(CN) – The founder of BitFunder, a now-shuttered bitcoin exchange failed to inform users about a cyberattack theft of 6,000 bitcoins and tried to replenish the lost coins by selling unregistered securities, the Securities and Exchange Commission claims.
The SEC's complaint says Jon Montroll, the 37-year-old founder of BitFunder, was arrested in Texas on criminal charges of perjury and obstruction of justice.
The same day, it filed suit in New York accusing Montroll of running an unregistered securities exchange and misappropriating BitFunder users’ bitcoins for himself.
Beginning in 2013, Montroll allegedly sold “shares” of an unregistered security he called “Ukyo notes,” which purported to be an investment with a daily interest rate of 0.05 percent. But instead, Montroll used investors’ money to pay personal expenses and to replenish the bitcoins he had taken from BitFunder users, the commission alleges.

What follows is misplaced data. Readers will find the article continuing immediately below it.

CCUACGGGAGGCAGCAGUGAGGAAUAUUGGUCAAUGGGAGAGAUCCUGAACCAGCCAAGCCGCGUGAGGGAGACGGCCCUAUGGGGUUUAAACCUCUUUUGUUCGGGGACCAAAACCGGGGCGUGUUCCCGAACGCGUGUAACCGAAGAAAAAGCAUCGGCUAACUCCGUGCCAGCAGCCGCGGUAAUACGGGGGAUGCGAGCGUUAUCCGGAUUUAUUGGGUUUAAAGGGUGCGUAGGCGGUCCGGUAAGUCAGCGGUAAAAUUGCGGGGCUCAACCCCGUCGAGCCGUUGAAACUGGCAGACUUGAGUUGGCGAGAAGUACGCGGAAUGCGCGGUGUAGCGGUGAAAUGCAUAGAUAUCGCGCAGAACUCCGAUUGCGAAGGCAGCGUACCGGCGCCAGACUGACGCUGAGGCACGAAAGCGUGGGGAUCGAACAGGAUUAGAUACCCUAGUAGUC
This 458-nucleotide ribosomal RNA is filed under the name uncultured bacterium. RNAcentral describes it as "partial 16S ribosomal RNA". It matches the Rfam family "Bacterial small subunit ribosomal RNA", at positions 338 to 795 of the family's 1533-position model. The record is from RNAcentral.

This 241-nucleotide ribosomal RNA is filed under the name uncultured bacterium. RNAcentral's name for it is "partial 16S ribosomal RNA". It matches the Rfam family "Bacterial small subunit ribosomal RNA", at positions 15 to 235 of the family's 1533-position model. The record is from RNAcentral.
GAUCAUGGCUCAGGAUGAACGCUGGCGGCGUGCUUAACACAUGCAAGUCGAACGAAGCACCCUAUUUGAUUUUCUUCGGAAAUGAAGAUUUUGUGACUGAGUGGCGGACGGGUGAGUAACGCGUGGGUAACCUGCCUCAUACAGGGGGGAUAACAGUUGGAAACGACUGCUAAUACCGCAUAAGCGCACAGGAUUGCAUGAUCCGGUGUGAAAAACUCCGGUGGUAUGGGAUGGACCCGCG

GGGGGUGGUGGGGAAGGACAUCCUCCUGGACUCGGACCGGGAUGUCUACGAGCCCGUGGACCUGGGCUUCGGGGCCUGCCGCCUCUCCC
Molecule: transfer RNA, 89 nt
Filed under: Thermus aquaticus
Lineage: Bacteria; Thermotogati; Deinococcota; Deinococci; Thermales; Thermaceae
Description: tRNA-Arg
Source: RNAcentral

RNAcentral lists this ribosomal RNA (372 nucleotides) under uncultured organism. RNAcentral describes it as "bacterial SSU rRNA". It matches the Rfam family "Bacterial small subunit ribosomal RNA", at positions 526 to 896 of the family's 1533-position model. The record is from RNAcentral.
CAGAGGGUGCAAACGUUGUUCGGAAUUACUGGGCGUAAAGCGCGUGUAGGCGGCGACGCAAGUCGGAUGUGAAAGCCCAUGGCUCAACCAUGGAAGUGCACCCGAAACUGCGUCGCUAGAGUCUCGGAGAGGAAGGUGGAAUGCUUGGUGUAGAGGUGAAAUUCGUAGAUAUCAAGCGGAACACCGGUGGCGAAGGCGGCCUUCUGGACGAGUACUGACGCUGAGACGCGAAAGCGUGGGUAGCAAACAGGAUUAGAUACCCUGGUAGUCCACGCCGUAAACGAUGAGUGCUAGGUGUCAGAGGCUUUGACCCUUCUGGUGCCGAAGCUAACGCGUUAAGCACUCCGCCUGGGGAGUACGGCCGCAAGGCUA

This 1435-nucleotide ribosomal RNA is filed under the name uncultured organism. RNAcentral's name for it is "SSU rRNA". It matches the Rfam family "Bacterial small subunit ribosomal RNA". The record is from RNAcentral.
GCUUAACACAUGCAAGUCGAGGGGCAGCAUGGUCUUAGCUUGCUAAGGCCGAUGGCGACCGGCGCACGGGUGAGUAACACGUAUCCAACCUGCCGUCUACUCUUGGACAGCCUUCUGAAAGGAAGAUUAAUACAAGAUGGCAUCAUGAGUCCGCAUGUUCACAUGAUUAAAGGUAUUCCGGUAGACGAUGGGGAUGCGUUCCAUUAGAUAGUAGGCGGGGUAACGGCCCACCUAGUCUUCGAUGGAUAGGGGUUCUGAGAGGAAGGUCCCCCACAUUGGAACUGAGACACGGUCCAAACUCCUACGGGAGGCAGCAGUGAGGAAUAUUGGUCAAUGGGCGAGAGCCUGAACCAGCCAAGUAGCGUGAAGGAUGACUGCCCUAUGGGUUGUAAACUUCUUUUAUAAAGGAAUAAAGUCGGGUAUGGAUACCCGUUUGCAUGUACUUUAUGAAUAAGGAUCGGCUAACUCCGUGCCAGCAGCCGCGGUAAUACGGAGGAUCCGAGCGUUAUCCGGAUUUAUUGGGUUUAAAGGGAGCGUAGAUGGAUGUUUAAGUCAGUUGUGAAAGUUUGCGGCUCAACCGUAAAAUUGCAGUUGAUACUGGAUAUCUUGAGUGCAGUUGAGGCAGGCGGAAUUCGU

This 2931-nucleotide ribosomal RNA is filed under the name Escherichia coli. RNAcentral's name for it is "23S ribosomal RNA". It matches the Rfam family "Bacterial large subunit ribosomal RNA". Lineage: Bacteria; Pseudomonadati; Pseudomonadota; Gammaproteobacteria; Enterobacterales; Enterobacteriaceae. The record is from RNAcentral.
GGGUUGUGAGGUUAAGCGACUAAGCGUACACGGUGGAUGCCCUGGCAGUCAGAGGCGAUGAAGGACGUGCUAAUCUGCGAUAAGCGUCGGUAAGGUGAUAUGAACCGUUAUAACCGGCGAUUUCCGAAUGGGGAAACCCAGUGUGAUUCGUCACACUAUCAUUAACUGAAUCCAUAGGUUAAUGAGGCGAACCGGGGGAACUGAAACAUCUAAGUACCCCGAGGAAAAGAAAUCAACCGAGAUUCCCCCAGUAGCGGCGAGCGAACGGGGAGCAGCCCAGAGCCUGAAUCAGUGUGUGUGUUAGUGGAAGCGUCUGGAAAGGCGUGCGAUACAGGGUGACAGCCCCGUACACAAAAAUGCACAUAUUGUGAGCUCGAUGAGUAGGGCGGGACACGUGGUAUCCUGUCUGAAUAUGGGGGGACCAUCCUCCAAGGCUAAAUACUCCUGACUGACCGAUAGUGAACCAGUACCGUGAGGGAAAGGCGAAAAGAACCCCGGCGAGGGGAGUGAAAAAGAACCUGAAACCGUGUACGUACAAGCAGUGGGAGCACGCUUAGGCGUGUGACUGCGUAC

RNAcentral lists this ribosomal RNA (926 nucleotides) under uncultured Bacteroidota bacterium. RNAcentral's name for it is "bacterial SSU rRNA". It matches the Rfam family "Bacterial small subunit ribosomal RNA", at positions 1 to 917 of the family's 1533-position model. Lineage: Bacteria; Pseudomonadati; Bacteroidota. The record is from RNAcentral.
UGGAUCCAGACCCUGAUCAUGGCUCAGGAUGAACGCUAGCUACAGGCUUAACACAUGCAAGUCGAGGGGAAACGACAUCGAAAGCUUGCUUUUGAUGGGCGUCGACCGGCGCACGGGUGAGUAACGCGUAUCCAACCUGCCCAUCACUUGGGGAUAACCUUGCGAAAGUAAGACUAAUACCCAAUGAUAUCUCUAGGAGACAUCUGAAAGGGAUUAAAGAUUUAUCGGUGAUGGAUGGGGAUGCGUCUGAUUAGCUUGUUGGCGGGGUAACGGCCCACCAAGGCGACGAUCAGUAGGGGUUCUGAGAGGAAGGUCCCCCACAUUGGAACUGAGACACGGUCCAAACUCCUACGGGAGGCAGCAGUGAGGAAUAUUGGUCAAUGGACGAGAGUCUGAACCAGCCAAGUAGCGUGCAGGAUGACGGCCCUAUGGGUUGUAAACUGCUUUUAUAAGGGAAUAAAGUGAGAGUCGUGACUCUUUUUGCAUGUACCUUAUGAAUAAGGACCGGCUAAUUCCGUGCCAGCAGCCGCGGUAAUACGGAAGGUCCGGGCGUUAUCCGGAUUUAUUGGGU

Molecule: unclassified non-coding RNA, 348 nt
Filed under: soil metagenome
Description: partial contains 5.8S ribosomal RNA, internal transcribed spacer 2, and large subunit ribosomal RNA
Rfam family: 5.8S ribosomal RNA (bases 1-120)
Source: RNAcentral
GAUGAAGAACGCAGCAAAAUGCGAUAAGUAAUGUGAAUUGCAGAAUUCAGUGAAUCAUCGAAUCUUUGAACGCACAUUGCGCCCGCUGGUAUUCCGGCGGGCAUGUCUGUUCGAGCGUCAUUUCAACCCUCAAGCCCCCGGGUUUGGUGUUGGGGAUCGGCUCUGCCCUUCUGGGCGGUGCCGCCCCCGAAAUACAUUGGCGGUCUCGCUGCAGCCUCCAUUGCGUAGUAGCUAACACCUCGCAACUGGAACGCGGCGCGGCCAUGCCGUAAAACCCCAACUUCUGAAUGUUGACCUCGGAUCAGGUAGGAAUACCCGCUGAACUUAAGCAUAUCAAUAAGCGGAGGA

Montroll also failed to tell users about a cyberattack on BitFunder’s servers that stole more than 6,000 bitcoins, which were then valued at $775,000.
“Following the cyberattack and bitcoin theft, Montroll continued to operate BitFunder under a bitcoin deficit while misleading investors that it was an ongoing profitable platform,” according to the SEC’s complaint. “In reality, however, BitFunder did not hold sufficient bitcoins to cover amounts owed to its users due to Montroll’s misappropriation and the cyberattack and bitcoin theft.”
Montroll shut down BitFunder in November 2013.
At the time, Montroll claimed that BitFunder controlled 6,697 bitcoins, but in reality, he only held 140-150 bitcoins, the commission claims.
A single bitcoin is currently valued at approximately $10,000, after having fallen from a high of $19,000 per bitcoin in mid-December.
The digital currency faces increasing scrutiny from regulators worldwide as more and more investors have become fascinated by its profit potential.
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